Insurance won't cover therapy sessions unless you have a mental health diagnosis, such as Major Depressive Disorder, Panic Disorder, or (if you're lucky) Adjustment Disorder. However, do you want a mental health diagnosis on your permanent health record if you don’t need it? What if you just need some support navigating life transitions, grief/loss, or relationship woes? What if you're trying to work through some past issues, but you're still "functioning" for all intents and purposes? Labeling someone with a serious diagnosis who's simply experiencing life as we all know it can be detrimental to the person and to the therapy process.
The Limits of a Diagnosis
When using insurance, your diagnosis (and often treatment notes and other personal information) is shared with an outside party... some "random" person working for your insurance company. You don't get to decide who has access to this info and why - you lose control of that private information by requesting your therapist share it with your insurance. This is a loss of confidentiality, something a therapist is meant to protect with great care. The average insurance claim passes through several different people, which could include potential employers.
Furthermore, a diagnosis only tells a very short and limited story - that there is something "wrong" with you. This can negatively impact your eligibility for other things. When applying for new health insurance, life insurance, and some types of jobs, you may be required to authorize a release of your mental health information to them so they can view your entire medical record. The diagnosis code they will find there doesn't speak to your strengths, your level of resilience, how you cope, and which of the many symptoms you actually have or don't have. While I don't treat children myself, I'd like to point out that this process can and has most negatively affected children who are then followed by their childhood diagnosis into school, college, military, federal jobs, security clearances, aviation, and any other jobs requiring health care checks.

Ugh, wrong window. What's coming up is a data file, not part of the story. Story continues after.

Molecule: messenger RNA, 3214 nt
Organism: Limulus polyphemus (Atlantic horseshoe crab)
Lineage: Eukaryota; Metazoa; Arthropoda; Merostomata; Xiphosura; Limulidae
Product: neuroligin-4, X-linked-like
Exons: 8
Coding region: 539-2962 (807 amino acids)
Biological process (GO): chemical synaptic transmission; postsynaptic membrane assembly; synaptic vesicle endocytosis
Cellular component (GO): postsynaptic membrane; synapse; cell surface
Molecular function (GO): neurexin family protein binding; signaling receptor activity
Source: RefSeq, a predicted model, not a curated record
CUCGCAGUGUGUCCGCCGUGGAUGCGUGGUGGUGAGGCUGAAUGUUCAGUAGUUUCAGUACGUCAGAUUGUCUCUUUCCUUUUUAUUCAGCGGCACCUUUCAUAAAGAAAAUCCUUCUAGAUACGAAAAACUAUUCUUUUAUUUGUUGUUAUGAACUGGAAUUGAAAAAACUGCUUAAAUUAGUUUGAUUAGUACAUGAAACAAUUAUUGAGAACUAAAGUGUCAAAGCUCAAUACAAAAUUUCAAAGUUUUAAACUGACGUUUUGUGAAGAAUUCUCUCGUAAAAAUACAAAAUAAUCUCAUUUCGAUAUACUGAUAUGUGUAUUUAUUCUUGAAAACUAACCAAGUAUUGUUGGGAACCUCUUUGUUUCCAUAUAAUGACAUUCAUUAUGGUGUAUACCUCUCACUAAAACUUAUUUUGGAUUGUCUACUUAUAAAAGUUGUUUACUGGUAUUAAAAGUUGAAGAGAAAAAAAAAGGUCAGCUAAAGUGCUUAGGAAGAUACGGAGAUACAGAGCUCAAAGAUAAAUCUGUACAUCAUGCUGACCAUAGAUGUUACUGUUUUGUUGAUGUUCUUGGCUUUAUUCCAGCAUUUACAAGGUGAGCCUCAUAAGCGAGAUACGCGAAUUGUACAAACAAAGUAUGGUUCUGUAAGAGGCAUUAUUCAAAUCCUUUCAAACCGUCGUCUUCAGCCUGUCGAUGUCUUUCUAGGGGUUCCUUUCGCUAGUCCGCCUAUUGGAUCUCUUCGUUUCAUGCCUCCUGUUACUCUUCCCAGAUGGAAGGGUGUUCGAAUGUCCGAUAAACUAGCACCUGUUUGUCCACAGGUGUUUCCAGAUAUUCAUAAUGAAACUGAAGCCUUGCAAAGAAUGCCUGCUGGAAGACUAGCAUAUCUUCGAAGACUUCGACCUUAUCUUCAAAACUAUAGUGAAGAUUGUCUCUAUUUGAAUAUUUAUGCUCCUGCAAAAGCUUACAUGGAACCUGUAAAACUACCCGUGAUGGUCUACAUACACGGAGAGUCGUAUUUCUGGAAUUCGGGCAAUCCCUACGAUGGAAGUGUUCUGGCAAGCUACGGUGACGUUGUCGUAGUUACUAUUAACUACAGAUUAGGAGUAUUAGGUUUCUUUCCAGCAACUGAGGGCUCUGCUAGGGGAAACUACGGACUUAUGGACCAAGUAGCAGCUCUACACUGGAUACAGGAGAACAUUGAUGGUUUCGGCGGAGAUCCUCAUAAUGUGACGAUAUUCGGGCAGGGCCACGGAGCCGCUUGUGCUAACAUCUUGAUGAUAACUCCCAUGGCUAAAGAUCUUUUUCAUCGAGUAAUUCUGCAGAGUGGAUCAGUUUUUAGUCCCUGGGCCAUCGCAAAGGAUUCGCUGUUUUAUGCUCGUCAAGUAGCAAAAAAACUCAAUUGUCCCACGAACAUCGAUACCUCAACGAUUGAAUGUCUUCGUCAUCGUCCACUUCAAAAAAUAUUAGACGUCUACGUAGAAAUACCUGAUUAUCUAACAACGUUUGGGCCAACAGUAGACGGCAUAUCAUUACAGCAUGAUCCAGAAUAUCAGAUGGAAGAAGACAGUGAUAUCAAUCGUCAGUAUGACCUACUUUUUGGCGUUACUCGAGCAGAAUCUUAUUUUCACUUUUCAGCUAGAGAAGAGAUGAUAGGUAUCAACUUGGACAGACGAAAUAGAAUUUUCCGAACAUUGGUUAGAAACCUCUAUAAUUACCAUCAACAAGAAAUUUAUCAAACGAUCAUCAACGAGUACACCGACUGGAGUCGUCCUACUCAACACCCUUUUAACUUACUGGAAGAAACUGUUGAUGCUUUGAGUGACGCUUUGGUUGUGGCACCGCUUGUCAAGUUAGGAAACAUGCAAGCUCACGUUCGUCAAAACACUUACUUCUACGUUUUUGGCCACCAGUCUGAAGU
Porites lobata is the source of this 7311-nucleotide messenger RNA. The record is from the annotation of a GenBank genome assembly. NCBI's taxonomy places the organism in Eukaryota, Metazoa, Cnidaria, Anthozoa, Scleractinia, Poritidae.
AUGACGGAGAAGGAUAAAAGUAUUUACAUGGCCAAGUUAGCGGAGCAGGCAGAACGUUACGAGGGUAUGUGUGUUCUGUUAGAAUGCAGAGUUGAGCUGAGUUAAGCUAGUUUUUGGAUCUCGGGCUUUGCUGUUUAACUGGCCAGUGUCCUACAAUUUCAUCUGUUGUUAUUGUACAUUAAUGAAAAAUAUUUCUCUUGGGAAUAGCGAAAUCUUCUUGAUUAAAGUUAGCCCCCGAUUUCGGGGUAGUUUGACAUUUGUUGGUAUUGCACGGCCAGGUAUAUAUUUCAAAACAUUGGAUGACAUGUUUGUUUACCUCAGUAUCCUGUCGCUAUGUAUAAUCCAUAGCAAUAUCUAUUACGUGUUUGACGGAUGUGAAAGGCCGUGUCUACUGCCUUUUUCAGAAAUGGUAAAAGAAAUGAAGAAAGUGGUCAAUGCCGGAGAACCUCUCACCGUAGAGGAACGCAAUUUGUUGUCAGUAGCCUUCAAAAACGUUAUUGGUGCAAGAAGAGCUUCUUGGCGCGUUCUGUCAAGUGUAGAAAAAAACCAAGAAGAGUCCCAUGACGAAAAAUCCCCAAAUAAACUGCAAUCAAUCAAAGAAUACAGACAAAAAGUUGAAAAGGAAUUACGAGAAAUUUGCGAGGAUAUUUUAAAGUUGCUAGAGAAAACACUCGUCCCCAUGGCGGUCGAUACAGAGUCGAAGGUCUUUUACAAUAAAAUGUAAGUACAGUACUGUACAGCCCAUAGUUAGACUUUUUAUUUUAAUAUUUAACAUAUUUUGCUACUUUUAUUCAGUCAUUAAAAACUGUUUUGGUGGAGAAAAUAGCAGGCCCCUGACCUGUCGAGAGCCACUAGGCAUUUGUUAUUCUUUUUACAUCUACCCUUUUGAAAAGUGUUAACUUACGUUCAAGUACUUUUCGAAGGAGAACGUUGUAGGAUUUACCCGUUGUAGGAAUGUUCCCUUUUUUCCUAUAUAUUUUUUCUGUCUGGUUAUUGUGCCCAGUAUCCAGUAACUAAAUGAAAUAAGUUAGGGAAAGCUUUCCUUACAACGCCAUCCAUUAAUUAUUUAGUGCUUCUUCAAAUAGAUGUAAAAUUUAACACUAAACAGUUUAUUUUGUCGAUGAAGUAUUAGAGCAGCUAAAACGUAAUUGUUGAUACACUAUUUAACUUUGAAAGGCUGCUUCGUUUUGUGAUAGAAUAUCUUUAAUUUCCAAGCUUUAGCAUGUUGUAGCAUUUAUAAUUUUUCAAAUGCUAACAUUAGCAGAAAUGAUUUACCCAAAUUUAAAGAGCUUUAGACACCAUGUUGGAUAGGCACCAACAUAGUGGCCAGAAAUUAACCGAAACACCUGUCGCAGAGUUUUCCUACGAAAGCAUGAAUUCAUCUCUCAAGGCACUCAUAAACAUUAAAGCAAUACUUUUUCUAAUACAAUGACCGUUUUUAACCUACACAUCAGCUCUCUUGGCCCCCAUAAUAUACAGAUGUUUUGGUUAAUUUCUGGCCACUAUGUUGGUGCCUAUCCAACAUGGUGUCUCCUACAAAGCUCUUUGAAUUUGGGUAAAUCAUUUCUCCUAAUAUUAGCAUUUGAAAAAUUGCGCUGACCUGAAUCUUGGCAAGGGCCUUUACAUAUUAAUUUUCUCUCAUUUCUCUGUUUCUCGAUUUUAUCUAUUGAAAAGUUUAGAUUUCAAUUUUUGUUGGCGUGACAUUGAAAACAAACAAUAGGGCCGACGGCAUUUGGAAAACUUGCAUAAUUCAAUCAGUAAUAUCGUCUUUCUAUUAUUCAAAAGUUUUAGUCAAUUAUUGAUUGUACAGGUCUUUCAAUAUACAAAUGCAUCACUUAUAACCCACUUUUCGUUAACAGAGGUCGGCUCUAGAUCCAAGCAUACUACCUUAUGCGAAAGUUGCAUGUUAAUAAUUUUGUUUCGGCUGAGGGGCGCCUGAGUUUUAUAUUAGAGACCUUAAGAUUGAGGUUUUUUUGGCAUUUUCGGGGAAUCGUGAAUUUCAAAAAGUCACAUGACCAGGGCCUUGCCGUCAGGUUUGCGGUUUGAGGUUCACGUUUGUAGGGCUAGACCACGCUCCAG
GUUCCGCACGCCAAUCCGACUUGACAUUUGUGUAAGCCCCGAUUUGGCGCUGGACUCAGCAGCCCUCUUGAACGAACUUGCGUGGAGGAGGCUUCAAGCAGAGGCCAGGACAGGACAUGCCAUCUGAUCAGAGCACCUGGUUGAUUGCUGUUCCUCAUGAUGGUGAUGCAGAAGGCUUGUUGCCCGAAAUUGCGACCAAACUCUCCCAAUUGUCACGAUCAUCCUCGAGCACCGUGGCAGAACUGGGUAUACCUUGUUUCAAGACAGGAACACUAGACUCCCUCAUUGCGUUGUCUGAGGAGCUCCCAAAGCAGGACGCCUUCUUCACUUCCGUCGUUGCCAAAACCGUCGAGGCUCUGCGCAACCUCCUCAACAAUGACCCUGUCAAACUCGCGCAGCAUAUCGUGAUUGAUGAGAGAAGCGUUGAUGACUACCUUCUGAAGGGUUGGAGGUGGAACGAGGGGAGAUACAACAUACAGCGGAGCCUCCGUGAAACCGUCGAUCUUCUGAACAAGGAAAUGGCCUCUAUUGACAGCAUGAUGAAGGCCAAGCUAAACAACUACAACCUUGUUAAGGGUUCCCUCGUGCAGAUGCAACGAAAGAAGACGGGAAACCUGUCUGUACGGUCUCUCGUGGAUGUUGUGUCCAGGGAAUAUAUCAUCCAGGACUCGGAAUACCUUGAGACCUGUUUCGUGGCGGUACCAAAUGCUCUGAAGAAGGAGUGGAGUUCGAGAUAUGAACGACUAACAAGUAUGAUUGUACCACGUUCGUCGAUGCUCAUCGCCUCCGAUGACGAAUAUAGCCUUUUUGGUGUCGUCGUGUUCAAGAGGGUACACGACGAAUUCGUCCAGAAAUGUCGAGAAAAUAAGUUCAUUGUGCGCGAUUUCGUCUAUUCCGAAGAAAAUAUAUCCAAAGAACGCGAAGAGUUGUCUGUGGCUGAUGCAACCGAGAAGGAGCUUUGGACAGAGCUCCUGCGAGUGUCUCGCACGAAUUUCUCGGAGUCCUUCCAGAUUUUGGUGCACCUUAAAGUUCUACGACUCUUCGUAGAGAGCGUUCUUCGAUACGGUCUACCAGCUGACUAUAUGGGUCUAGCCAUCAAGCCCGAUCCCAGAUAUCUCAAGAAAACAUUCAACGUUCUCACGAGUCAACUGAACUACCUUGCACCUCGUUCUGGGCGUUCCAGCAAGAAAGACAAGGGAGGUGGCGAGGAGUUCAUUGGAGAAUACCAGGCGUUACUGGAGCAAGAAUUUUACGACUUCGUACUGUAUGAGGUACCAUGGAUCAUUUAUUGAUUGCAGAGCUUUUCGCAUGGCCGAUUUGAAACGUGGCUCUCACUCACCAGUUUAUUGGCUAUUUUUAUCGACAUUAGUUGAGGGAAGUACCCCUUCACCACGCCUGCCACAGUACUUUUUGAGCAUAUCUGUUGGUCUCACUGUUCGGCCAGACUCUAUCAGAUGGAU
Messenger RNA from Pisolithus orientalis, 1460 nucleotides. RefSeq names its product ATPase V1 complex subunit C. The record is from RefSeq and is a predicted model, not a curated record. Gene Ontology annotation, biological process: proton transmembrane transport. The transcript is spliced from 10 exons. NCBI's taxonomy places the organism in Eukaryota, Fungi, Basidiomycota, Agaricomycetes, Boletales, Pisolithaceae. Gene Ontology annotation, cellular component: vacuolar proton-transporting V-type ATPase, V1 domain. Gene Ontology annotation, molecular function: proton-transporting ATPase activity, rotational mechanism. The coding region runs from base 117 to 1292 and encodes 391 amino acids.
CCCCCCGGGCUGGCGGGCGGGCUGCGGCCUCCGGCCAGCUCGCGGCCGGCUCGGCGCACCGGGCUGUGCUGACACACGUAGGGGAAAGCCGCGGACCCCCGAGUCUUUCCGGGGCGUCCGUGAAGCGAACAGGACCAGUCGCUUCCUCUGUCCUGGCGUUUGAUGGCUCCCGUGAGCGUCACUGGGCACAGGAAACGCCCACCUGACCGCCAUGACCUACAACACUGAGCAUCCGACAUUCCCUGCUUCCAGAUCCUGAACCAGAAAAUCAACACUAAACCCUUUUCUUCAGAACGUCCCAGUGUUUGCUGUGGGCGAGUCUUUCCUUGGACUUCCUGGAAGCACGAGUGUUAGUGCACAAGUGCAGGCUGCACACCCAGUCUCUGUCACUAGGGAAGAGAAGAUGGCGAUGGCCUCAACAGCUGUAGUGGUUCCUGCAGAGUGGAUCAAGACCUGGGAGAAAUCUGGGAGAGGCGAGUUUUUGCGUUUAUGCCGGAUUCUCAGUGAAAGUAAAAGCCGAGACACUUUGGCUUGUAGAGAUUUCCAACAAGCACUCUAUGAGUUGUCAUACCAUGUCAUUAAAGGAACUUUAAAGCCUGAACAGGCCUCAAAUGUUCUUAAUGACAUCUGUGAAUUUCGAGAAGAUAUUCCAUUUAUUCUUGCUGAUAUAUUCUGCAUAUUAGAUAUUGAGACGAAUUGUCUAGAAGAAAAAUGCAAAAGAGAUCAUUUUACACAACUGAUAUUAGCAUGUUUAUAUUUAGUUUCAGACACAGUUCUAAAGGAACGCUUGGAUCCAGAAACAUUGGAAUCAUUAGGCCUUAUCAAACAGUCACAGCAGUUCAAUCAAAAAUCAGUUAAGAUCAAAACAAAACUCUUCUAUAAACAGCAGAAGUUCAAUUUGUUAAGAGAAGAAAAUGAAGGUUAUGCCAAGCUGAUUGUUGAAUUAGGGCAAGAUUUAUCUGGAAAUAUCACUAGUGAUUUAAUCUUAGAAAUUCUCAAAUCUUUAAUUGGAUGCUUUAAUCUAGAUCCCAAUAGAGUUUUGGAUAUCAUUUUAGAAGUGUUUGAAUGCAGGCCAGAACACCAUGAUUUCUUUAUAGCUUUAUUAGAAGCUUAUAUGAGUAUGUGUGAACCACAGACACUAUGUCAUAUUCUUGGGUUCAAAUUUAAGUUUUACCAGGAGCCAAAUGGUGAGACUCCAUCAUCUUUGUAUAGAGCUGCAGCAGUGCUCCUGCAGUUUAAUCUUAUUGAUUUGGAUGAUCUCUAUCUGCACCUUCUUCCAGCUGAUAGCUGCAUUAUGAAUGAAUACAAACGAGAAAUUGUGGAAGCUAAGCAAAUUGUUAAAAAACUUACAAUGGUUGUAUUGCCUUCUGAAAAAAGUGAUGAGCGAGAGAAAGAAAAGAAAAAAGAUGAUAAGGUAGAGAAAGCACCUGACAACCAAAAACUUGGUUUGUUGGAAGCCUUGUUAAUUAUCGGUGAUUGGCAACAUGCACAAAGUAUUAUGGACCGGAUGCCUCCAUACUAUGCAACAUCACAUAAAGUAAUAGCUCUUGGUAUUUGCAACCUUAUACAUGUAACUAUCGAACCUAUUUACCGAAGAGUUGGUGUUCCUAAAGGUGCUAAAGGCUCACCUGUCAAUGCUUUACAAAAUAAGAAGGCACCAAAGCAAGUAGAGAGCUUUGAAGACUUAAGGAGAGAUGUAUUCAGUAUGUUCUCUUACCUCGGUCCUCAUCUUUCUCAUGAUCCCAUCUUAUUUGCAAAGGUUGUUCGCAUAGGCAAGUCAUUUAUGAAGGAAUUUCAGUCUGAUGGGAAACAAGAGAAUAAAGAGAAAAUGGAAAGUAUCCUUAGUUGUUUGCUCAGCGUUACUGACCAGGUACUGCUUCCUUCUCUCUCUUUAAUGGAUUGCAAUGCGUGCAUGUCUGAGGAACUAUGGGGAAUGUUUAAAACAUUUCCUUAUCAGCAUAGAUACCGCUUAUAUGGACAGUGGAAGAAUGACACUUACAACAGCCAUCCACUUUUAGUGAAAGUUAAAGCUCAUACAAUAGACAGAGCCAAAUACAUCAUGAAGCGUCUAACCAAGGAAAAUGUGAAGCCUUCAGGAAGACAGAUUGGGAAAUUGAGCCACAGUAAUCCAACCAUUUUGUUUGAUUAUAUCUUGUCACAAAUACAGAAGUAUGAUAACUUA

Insurance May Not Cover All Services and Diagnoses
Insurance companies don't cover all services and diagnoses that a therapist can choose from. For instance, most insurance doesn't cover marital counseling. They only cover a partner being present in an individual therapy session, though some won't even cover this. This poses an ethical dilemma for the marriage and family therapist who is actually providing couples therapy, but if they code their service as such, coverage for the couple will be denied.